Hopefully, that will mean that audiences who’ve seen you on tour are now hooked and in great anticipation of your first record?
That’s what we’re hoping! And now you’re seeing that because we’ve been touring for a year and it’s starting to build up, which has been really nice because it gives us a sense of purpose I think.
What music are you personally enjoying at the moment?
Right now the new The War on Drugs album is a favourite of ours. The new Four Tet album I think is amazing, I love that album! Those are the two new albums that we’ve probably been playing the most in the van, well for me, that’s what I’ve been listening to. And just being [in England], I’ve been listening to a lot of The Smiths records again, Elbow records and Doves records and stuff that came out of here at a time [which I felt was] really influential, and like Talk Talk records and Prefab Sprout. When we were in Scotland, I was listening to The Blue Nile, just like stuff that kind of relates to the territory? Which has been amazing, driving through England just listening to records like that, it’s been so sick.
Is there anyone who you’ve worked with who’s significantly inspired the way that the band do things?
Yeah, I think being friends with Adam [Granduciel] from The War on Drugs – he kind of gave my confidence throughout making the record, and Chris Walla from Death Cab for Cutie, because he produced our record. Those guys were kind of confidence builders because they were in bands and have been successful at what they’ve done, they’ve kind of given us the confidence to keep going. Sometimes you need those cheerleaders around you when you’re making something to be like “no this is good! I’ve done this before, don’t worry, this is good”because you can get very inside of your own head and get down on what you’re up to. Adam was outside of the record making progress, whereas Chris was really inside of it – but Adam was great to, like, text me saying “just keep going”, so that was good. They were supportive, which is what you need. I think you need other musicians around you.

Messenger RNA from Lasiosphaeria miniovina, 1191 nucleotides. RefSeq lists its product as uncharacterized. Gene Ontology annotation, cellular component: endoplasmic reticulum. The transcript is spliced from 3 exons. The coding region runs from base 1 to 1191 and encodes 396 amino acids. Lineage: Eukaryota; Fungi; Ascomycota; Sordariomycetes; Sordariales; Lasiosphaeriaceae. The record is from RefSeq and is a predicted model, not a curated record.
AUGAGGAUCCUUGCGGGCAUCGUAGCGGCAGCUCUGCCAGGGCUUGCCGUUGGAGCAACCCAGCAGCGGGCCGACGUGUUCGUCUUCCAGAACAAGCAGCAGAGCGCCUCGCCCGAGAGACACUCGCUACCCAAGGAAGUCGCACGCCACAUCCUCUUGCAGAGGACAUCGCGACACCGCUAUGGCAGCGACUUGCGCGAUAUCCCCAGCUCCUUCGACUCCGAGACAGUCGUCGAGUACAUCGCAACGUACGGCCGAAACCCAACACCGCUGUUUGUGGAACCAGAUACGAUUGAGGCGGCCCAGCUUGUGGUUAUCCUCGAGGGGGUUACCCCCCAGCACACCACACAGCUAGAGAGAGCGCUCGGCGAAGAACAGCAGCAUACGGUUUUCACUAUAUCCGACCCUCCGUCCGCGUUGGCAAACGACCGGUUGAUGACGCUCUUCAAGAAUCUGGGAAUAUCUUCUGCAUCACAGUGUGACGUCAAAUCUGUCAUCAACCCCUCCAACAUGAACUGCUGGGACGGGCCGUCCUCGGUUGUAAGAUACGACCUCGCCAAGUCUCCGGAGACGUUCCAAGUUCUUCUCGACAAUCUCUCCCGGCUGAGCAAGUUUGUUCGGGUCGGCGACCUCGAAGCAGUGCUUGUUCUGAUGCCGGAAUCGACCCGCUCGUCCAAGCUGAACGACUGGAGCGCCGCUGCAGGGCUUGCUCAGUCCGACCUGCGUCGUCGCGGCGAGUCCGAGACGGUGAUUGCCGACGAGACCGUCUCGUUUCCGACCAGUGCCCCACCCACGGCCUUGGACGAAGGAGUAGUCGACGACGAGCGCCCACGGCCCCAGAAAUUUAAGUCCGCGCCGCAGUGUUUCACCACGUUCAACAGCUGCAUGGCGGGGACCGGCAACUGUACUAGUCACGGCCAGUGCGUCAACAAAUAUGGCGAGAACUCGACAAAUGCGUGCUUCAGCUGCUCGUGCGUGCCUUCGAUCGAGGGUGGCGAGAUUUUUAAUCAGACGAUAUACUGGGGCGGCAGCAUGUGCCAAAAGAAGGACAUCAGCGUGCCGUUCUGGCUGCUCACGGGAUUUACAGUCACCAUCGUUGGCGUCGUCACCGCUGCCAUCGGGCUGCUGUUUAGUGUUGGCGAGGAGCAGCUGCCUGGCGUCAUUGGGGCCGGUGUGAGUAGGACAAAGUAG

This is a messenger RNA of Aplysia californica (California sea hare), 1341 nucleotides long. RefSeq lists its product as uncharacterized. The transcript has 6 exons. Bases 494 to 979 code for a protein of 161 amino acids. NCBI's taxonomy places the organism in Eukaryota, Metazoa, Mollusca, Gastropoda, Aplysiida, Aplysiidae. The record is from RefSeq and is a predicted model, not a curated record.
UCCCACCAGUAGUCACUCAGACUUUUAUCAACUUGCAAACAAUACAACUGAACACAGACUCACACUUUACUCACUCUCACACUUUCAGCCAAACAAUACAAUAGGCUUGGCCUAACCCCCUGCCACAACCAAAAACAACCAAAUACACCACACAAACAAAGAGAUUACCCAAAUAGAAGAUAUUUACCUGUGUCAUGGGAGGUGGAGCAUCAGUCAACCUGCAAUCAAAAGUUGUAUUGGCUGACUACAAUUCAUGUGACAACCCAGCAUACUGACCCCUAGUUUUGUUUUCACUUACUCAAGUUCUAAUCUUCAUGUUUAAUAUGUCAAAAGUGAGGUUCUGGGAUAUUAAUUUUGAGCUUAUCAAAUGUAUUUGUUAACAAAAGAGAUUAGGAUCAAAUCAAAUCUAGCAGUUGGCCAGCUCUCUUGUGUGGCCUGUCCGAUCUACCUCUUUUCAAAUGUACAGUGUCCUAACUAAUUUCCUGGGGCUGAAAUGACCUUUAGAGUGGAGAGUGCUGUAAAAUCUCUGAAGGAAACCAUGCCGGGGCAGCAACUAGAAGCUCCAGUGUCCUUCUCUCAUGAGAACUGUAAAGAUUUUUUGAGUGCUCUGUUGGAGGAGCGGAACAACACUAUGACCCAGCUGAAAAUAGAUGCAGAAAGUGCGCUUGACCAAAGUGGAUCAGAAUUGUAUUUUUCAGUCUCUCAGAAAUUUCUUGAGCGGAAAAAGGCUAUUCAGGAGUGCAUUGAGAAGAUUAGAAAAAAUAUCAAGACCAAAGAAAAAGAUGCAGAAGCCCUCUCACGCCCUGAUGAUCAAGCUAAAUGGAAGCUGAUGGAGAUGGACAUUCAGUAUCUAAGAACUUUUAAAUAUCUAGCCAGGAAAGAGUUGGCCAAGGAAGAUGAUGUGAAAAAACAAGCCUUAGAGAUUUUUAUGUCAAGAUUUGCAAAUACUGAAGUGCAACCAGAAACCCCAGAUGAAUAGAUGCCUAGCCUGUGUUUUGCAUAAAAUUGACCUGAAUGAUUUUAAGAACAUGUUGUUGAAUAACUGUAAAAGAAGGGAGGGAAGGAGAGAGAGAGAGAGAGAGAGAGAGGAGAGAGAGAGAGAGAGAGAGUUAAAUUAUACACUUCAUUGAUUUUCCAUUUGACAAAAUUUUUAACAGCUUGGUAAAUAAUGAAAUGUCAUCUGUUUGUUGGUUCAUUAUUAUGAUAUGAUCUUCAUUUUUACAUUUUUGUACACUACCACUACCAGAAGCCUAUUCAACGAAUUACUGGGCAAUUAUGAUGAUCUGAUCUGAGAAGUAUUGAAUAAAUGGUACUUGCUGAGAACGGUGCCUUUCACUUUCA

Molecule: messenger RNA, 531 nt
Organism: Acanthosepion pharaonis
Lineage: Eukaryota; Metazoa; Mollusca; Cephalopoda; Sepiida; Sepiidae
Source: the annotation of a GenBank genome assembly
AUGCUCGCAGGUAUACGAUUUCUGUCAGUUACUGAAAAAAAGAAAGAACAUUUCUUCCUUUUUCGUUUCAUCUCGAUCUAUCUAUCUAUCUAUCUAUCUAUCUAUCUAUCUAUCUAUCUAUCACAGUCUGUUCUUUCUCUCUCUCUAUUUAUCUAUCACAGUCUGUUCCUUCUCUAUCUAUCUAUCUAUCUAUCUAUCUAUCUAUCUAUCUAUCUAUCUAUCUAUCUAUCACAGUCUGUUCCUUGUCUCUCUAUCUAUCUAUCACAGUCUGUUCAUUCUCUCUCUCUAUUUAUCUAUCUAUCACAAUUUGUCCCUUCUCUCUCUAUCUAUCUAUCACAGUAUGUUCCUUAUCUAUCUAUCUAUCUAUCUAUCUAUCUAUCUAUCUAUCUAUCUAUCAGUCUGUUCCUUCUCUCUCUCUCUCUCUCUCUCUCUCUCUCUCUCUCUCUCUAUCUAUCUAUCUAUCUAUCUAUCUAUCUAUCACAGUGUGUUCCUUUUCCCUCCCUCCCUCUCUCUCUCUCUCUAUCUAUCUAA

What can people look forward to with regard to your first record?
I think we’re getting closer to releasing the album next year, I think that you’ll get…I think it’s between ‘Thorns’ and ‘Loveless’ – some stuff is more song-writer based and some of it is more ambient like ‘Loveless’, more long-form stuff, so I’m really happy with the mixture. For me it should read like a love letter, it’s an arc of relationship and you should feel that when you get inside the record I hope! It should be a journey I hope, so I’m really excited. I’m excited to just put it out.
You can listen to Lo Moon’s newest single, ‘Thorns’, here.
Photograph: Chuff Media